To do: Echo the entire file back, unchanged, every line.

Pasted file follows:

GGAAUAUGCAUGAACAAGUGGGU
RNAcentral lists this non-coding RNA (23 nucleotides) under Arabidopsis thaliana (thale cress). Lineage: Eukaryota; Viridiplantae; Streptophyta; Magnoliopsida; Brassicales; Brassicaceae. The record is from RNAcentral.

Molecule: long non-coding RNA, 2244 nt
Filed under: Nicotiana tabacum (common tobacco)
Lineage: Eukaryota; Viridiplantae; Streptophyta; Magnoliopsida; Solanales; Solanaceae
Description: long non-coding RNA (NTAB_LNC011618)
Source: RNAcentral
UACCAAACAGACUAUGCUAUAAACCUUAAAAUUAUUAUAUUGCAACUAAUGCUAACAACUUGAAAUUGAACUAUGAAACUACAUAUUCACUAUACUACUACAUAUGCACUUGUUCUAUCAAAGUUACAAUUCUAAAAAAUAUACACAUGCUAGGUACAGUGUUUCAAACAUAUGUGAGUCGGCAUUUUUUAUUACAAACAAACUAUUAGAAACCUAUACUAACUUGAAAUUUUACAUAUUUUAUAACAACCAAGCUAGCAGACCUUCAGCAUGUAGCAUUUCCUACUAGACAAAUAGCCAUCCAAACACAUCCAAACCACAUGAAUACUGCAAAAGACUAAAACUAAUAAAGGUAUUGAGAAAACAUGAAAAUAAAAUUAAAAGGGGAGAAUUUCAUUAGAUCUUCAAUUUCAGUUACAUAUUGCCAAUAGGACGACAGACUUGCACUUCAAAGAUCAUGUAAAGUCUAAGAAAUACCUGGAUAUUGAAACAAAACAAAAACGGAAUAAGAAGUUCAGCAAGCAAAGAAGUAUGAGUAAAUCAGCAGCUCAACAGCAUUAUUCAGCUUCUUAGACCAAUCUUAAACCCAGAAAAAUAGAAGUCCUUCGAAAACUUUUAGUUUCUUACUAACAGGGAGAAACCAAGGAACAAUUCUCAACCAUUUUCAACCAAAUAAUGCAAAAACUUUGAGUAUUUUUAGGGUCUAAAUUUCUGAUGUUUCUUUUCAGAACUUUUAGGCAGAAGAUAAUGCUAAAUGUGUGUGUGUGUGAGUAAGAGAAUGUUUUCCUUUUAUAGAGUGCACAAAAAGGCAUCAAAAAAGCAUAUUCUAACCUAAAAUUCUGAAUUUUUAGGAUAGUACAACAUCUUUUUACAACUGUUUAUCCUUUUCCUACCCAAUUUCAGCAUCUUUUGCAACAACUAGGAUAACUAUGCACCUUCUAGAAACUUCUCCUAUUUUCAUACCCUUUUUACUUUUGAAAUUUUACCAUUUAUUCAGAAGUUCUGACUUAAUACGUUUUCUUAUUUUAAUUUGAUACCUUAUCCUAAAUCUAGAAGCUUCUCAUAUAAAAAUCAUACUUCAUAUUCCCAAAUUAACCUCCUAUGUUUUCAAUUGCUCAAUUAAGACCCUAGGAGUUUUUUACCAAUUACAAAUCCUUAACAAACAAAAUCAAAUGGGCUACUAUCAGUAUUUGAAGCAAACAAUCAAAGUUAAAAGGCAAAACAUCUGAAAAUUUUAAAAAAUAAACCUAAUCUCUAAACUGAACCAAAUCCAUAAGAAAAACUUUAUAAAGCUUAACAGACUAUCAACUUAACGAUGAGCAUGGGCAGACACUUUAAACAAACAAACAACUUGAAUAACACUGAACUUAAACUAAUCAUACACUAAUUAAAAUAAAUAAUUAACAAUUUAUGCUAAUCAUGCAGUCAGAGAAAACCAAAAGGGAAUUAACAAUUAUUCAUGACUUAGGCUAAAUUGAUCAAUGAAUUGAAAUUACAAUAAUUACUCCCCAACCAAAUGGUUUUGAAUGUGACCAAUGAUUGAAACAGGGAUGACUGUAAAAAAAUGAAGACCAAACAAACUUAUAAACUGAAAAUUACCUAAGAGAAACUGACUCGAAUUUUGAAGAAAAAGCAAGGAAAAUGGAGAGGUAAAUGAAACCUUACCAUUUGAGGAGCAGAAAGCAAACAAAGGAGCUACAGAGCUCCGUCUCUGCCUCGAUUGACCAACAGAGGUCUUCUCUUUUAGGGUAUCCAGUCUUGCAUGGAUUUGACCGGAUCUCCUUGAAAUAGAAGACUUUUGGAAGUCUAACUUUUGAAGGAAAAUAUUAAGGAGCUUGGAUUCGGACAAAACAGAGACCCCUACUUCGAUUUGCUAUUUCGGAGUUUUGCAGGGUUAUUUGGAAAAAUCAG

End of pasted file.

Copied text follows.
GGAAUAUGCAUGAACAAGUGGGU
RNAcentral lists this non-coding RNA (23 nucleotides) under Arabidopsis thaliana (thale cress). Lineage: Eukaryota; Viridiplantae; Streptophyta; Magnoliopsida; Brassicales; Brassicaceae. The record is from RNAcentral.

Molecule: long non-coding RNA, 2244 nt
Filed under: Nicotiana tabacum (common tobacco)
Lineage: Eukaryota; Viridiplantae; Streptophyta; Magnoliopsida; Solanales; Solanaceae
Description: long non-coding RNA (NTAB_LNC011618)
Source: RNAcentral
UACCAAACAGACUAUGCUAUAAACCUUAAAAUUAUUAUAUUGCAACUAAUGCUAACAACUUGAAAUUGAACUAUGAAACUACAUAUUCACUAUACUACUACAUAUGCACUUGUUCUAUCAAAGUUACAAUUCUAAAAAAUAUACACAUGCUAGGUACAGUGUUUCAAACAUAUGUGAGUCGGCAUUUUUUAUUACAAACAAACUAUUAGAAACCUAUACUAACUUGAAAUUUUACAUAUUUUAUAACAACCAAGCUAGCAGACCUUCAGCAUGUAGCAUUUCCUACUAGACAAAUAGCCAUCCAAACACAUCCAAACCACAUGAAUACUGCAAAAGACUAAAACUAAUAAAGGUAUUGAGAAAACAUGAAAAUAAAAUUAAAAGGGGAGAAUUUCAUUAGAUCUUCAAUUUCAGUUACAUAUUGCCAAUAGGACGACAGACUUGCACUUCAAAGAUCAUGUAAAGUCUAAGAAAUACCUGGAUAUUGAAACAAAACAAAAACGGAAUAAGAAGUUCAGCAAGCAAAGAAGUAUGAGUAAAUCAGCAGCUCAACAGCAUUAUUCAGCUUCUUAGACCAAUCUUAAACCCAGAAAAAUAGAAGUCCUUCGAAAACUUUUAGUUUCUUACUAACAGGGAGAAACCAAGGAACAAUUCUCAACCAUUUUCAACCAAAUAAUGCAAAAACUUUGAGUAUUUUUAGGGUCUAAAUUUCUGAUGUUUCUUUUCAGAACUUUUAGGCAGAAGAUAAUGCUAAAUGUGUGUGUGUGUGAGUAAGAGAAUGUUUUCCUUUUAUAGAGUGCACAAAAAGGCAUCAAAAAAGCAUAUUCUAACCUAAAAUUCUGAAUUUUUAGGAUAGUACAACAUCUUUUUACAACUGUUUAUCCUUUUCCUACCCAAUUUCAGCAUCUUUUGCAACAACUAGGAUAACUAUGCACCUUCUAGAAACUUCUCCUAUUUUCAUACCCUUUUUACUUUUGAAAUUUUACCAUUUAUUCAGAAGUUCUGACUUAAUACGUUUUCUUAUUUUAAUUUGAUACCUUAUCCUAAAUCUAGAAGCUUCUCAUAUAAAAAUCAUACUUCAUAUUCCCAAAUUAACCUCCUAUGUUUUCAAUUGCUCAAUUAAGACCCUAGGAGUUUUUUACCAAUUACAAAUCCUUAACAAACAAAAUCAAAUGGGCUACUAUCAGUAUUUGAAGCAAACAAUCAAAGUUAAAAGGCAAAACAUCUGAAAAUUUUAAAAAAUAAACCUAAUCUCUAAACUGAACCAAAUCCAUAAGAAAAACUUUAUAAAGCUUAACAGACUAUCAACUUAACGAUGAGCAUGGGCAGACACUUUAAACAAACAAACAACUUGAAUAACACUGAACUUAAACUAAUCAUACACUAAUUAAAAUAAAUAAUUAACAAUUUAUGCUAAUCAUGCAGUCAGAGAAAACCAAAAGGGAAUUAACAAUUAUUCAUGACUUAGGCUAAAUUGAUCAAUGAAUUGAAAUUACAAUAAUUACUCCCCAACCAAAUGGUUUUGAAUGUGACCAAUGAUUGAAACAGGGAUGACUGUAAAAAAAUGAAGACCAAACAAACUUAUAAACUGAAAAUUACCUAAGAGAAACUGACUCGAAUUUUGAAGAAAAAGCAAGGAAAAUGGAGAGGUAAAUGAAACCUUACCAUUUGAGGAGCAGAAAGCAAACAAAGGAGCUACAGAGCUCCGUCUCUGCCUCGAUUGACCAACAGAGGUCUUCUCUUUUAGGGUAUCCAGUCUUGCAUGGAUUUGACCGGAUCUCCUUGAAAUAGAAGACUUUUGGAAGUCUAACUUUUGAAGGAAAAUAUUAAGGAGCUUGGAUUCGGACAAAACAGAGACCCCUACUUCGAUUUGCUAUUUCGGAGUUUUGCAGGGUUAUUUGGAAAAAUCAG